The climate is changing globally. As it changes, so do people’s living conditions. Germany is no exception. Experts expect far-reaching consequences for the environment, economy and society if we do not at least succeed in keeping global climate change under control. Even if we manage to reach the ambitious EU target of limiting the rise in global average temperature to less than two degrees Celsius above pre-industrial levels, we will have to adapt to the impacts of climate change. Modern climate policy is therefore based on two pillars: prevention of greenhouse gas emissions and adaptation to the impacts of climate change that are already unavoidable.
On 17 December 2008, the Federal Cabinet adopted the German Strategy for Adaptation to Climate Change. The strategy creates a framework for adaptation to the impacts of climate change across Germany. It primarily describes the Federation’s role and in this way provides guidance for other actors. The strategy lays the foundations for a medium-term process, which, with inclusion of the federal states and various societal groups, will progressively assess risks, ascertain action needs, define appropriate objectives and develop and implement potential adaptation measures. Besides outlining the current knowledge on the anticipated climate changes (globally and in Germany) and the impacts these could entail, the strategy also highlights possible climate impacts and options for action for 15 fields of action and selected regions. In addition, the strategy describes the international context and Germany’s support of adaptation in other parts of the world. It also explains the next steps for further developing the German Adaptation Strategy.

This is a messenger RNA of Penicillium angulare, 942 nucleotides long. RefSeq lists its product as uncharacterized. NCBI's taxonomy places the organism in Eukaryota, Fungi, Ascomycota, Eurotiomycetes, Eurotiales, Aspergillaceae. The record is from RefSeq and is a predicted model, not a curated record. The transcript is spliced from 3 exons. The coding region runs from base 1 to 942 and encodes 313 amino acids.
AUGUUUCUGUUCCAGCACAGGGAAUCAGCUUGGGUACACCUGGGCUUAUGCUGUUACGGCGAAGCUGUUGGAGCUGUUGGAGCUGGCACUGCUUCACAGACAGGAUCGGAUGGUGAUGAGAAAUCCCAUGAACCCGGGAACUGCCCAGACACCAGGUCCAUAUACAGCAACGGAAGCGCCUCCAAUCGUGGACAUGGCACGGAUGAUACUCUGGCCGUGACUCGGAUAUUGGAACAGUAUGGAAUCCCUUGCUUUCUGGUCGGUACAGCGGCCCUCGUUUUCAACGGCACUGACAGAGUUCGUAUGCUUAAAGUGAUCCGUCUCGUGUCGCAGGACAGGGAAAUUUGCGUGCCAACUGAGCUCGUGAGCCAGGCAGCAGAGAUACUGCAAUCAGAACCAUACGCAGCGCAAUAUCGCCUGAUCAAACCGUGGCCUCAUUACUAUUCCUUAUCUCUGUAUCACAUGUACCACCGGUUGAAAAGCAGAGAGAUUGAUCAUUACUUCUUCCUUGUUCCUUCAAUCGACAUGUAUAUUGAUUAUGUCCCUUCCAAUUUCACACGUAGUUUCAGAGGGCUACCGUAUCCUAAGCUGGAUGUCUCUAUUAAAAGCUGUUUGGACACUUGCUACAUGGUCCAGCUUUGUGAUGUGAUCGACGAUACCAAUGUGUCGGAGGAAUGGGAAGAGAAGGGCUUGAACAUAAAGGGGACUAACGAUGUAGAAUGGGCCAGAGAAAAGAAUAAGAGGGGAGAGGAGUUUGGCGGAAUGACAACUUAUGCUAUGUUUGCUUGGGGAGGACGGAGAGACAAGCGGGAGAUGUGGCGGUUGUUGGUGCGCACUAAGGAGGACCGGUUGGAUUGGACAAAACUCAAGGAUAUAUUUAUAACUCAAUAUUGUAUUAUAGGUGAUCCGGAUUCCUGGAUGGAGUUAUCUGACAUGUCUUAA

The aim of the strategy is to create a national framework for action in order to prevent risks to the public, natural habitats and the national economy. This framework is intended to make it easier for the various levels of the Federation, federal states, local authorities and for individual citizens to identify impacts and adaptation needs, and to plan and implement measures. For instance, early incorporation of adaptation aspects into planning can save climate costs in the future.